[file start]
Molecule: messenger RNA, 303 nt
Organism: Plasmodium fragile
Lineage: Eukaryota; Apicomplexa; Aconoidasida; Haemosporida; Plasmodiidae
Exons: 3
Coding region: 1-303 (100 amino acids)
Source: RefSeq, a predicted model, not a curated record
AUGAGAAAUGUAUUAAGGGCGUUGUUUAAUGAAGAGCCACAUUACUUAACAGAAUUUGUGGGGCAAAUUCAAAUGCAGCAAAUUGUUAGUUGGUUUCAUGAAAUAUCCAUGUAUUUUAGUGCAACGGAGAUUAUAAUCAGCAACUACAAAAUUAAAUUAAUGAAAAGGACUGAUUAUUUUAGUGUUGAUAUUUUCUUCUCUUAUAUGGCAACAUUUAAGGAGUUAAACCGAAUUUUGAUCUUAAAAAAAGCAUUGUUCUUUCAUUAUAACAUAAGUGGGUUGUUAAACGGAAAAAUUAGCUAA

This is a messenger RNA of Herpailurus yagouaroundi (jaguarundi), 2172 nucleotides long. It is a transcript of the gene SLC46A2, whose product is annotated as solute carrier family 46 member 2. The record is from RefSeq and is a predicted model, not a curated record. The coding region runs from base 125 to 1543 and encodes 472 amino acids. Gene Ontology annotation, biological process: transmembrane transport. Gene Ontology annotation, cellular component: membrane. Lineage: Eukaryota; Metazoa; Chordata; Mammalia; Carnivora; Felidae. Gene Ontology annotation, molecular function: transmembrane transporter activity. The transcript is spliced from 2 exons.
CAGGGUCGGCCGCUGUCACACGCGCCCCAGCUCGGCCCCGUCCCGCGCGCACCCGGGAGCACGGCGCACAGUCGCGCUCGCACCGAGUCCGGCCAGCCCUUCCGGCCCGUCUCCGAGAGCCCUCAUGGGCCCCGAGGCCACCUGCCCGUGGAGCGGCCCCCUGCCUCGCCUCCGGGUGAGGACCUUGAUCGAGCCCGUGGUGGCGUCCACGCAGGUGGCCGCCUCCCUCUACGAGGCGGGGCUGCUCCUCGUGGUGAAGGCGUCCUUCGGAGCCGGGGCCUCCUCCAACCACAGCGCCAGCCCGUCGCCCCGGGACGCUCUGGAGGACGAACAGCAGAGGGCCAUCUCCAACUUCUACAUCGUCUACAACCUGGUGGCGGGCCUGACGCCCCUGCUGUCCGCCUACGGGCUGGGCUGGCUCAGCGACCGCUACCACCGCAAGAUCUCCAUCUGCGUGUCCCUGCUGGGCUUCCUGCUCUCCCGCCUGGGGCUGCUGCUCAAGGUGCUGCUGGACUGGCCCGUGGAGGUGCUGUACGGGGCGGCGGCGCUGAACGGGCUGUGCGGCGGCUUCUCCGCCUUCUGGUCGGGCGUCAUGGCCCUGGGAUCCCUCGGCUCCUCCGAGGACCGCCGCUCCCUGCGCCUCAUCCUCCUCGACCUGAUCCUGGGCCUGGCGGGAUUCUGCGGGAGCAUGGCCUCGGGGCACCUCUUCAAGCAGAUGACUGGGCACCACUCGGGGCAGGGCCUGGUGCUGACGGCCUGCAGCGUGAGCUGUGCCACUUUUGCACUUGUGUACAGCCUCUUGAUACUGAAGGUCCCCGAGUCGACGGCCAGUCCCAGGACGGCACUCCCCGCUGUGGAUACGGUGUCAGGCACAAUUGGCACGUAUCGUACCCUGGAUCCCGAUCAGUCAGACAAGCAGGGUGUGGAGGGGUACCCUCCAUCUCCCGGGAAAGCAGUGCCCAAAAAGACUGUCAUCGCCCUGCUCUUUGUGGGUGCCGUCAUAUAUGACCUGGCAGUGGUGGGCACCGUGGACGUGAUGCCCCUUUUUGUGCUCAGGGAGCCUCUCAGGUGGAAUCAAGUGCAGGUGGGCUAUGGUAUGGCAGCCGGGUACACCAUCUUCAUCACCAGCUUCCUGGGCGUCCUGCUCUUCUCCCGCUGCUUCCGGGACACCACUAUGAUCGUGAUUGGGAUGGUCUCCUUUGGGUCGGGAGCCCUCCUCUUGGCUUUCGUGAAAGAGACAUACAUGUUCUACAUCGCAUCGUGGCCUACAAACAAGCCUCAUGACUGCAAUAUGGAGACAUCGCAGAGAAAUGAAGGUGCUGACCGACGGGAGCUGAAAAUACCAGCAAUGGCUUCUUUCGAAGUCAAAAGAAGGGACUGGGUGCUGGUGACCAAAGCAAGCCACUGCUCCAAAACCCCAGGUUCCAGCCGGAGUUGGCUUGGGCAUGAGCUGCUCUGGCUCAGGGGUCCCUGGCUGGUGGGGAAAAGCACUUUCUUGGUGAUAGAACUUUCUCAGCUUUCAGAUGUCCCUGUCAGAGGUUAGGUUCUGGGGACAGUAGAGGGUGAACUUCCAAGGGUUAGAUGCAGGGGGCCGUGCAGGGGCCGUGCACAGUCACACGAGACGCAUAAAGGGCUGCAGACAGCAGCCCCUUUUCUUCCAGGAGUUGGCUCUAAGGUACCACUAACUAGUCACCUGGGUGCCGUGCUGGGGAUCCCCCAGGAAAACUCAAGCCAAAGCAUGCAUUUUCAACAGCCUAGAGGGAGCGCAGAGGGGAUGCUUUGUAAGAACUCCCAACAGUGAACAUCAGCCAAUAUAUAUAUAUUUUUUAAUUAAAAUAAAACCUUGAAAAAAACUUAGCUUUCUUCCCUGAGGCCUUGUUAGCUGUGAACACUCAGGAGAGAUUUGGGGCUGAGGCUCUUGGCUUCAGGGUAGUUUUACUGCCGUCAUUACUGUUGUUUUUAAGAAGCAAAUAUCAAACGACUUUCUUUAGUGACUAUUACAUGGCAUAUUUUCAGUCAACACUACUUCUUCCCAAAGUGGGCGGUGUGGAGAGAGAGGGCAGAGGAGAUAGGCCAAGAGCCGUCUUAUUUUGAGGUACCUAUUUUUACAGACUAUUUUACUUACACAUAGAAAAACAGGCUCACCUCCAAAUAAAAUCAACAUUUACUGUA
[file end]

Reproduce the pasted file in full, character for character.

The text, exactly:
Molecule: messenger RNA, 303 nt
Organism: Plasmodium fragile
Lineage: Eukaryota; Apicomplexa; Aconoidasida; Haemosporida; Plasmodiidae
Exons: 3
Coding region: 1-303 (100 amino acids)
Source: RefSeq, a predicted model, not a curated record
AUGAGAAAUGUAUUAAGGGCGUUGUUUAAUGAAGAGCCACAUUACUUAACAGAAUUUGUGGGGCAAAUUCAAAUGCAGCAAAUUGUUAGUUGGUUUCAUGAAAUAUCCAUGUAUUUUAGUGCAACGGAGAUUAUAAUCAGCAACUACAAAAUUAAAUUAAUGAAAAGGACUGAUUAUUUUAGUGUUGAUAUUUUCUUCUCUUAUAUGGCAACAUUUAAGGAGUUAAACCGAAUUUUGAUCUUAAAAAAAGCAUUGUUCUUUCAUUAUAACAUAAGUGGGUUGUUAAACGGAAAAAUUAGCUAA

This is a messenger RNA of Herpailurus yagouaroundi (jaguarundi), 2172 nucleotides long. It is a transcript of the gene SLC46A2, whose product is annotated as solute carrier family 46 member 2. The record is from RefSeq and is a predicted model, not a curated record. The coding region runs from base 125 to 1543 and encodes 472 amino acids. Gene Ontology annotation, biological process: transmembrane transport. Gene Ontology annotation, cellular component: membrane. Lineage: Eukaryota; Metazoa; Chordata; Mammalia; Carnivora; Felidae. Gene Ontology annotation, molecular function: transmembrane transporter activity. The transcript is spliced from 2 exons.
CAGGGUCGGCCGCUGUCACACGCGCCCCAGCUCGGCCCCGUCCCGCGCGCACCCGGGAGCACGGCGCACAGUCGCGCUCGCACCGAGUCCGGCCAGCCCUUCCGGCCCGUCUCCGAGAGCCCUCAUGGGCCCCGAGGCCACCUGCCCGUGGAGCGGCCCCCUGCCUCGCCUCCGGGUGAGGACCUUGAUCGAGCCCGUGGUGGCGUCCACGCAGGUGGCCGCCUCCCUCUACGAGGCGGGGCUGCUCCUCGUGGUGAAGGCGUCCUUCGGAGCCGGGGCCUCCUCCAACCACAGCGCCAGCCCGUCGCCCCGGGACGCUCUGGAGGACGAACAGCAGAGGGCCAUCUCCAACUUCUACAUCGUCUACAACCUGGUGGCGGGCCUGACGCCCCUGCUGUCCGCCUACGGGCUGGGCUGGCUCAGCGACCGCUACCACCGCAAGAUCUCCAUCUGCGUGUCCCUGCUGGGCUUCCUGCUCUCCCGCCUGGGGCUGCUGCUCAAGGUGCUGCUGGACUGGCCCGUGGAGGUGCUGUACGGGGCGGCGGCGCUGAACGGGCUGUGCGGCGGCUUCUCCGCCUUCUGGUCGGGCGUCAUGGCCCUGGGAUCCCUCGGCUCCUCCGAGGACCGCCGCUCCCUGCGCCUCAUCCUCCUCGACCUGAUCCUGGGCCUGGCGGGAUUCUGCGGGAGCAUGGCCUCGGGGCACCUCUUCAAGCAGAUGACUGGGCACCACUCGGGGCAGGGCCUGGUGCUGACGGCCUGCAGCGUGAGCUGUGCCACUUUUGCACUUGUGUACAGCCUCUUGAUACUGAAGGUCCCCGAGUCGACGGCCAGUCCCAGGACGGCACUCCCCGCUGUGGAUACGGUGUCAGGCACAAUUGGCACGUAUCGUACCCUGGAUCCCGAUCAGUCAGACAAGCAGGGUGUGGAGGGGUACCCUCCAUCUCCCGGGAAAGCAGUGCCCAAAAAGACUGUCAUCGCCCUGCUCUUUGUGGGUGCCGUCAUAUAUGACCUGGCAGUGGUGGGCACCGUGGACGUGAUGCCCCUUUUUGUGCUCAGGGAGCCUCUCAGGUGGAAUCAAGUGCAGGUGGGCUAUGGUAUGGCAGCCGGGUACACCAUCUUCAUCACCAGCUUCCUGGGCGUCCUGCUCUUCUCCCGCUGCUUCCGGGACACCACUAUGAUCGUGAUUGGGAUGGUCUCCUUUGGGUCGGGAGCCCUCCUCUUGGCUUUCGUGAAAGAGACAUACAUGUUCUACAUCGCAUCGUGGCCUACAAACAAGCCUCAUGACUGCAAUAUGGAGACAUCGCAGAGAAAUGAAGGUGCUGACCGACGGGAGCUGAAAAUACCAGCAAUGGCUUCUUUCGAAGUCAAAAGAAGGGACUGGGUGCUGGUGACCAAAGCAAGCCACUGCUCCAAAACCCCAGGUUCCAGCCGGAGUUGGCUUGGGCAUGAGCUGCUCUGGCUCAGGGGUCCCUGGCUGGUGGGGAAAAGCACUUUCUUGGUGAUAGAACUUUCUCAGCUUUCAGAUGUCCCUGUCAGAGGUUAGGUUCUGGGGACAGUAGAGGGUGAACUUCCAAGGGUUAGAUGCAGGGGGCCGUGCAGGGGCCGUGCACAGUCACACGAGACGCAUAAAGGGCUGCAGACAGCAGCCCCUUUUCUUCCAGGAGUUGGCUCUAAGGUACCACUAACUAGUCACCUGGGUGCCGUGCUGGGGAUCCCCCAGGAAAACUCAAGCCAAAGCAUGCAUUUUCAACAGCCUAGAGGGAGCGCAGAGGGGAUGCUUUGUAAGAACUCCCAACAGUGAACAUCAGCCAAUAUAUAUAUAUUUUUUAAUUAAAAUAAAACCUUGAAAAAAACUUAGCUUUCUUCCCUGAGGCCUUGUUAGCUGUGAACACUCAGGAGAGAUUUGGGGCUGAGGCUCUUGGCUUCAGGGUAGUUUUACUGCCGUCAUUACUGUUGUUUUUAAGAAGCAAAUAUCAAACGACUUUCUUUAGUGACUAUUACAUGGCAUAUUUUCAGUCAACACUACUUCUUCCCAAAGUGGGCGGUGUGGAGAGAGAGGGCAGAGGAGAUAGGCCAAGAGCCGUCUUAUUUUGAGGUACCUAUUUUUACAGACUAUUUUACUUACACAUAGAAAAACAGGCUCACCUCCAAAUAAAAUCAACAUUUACUGUA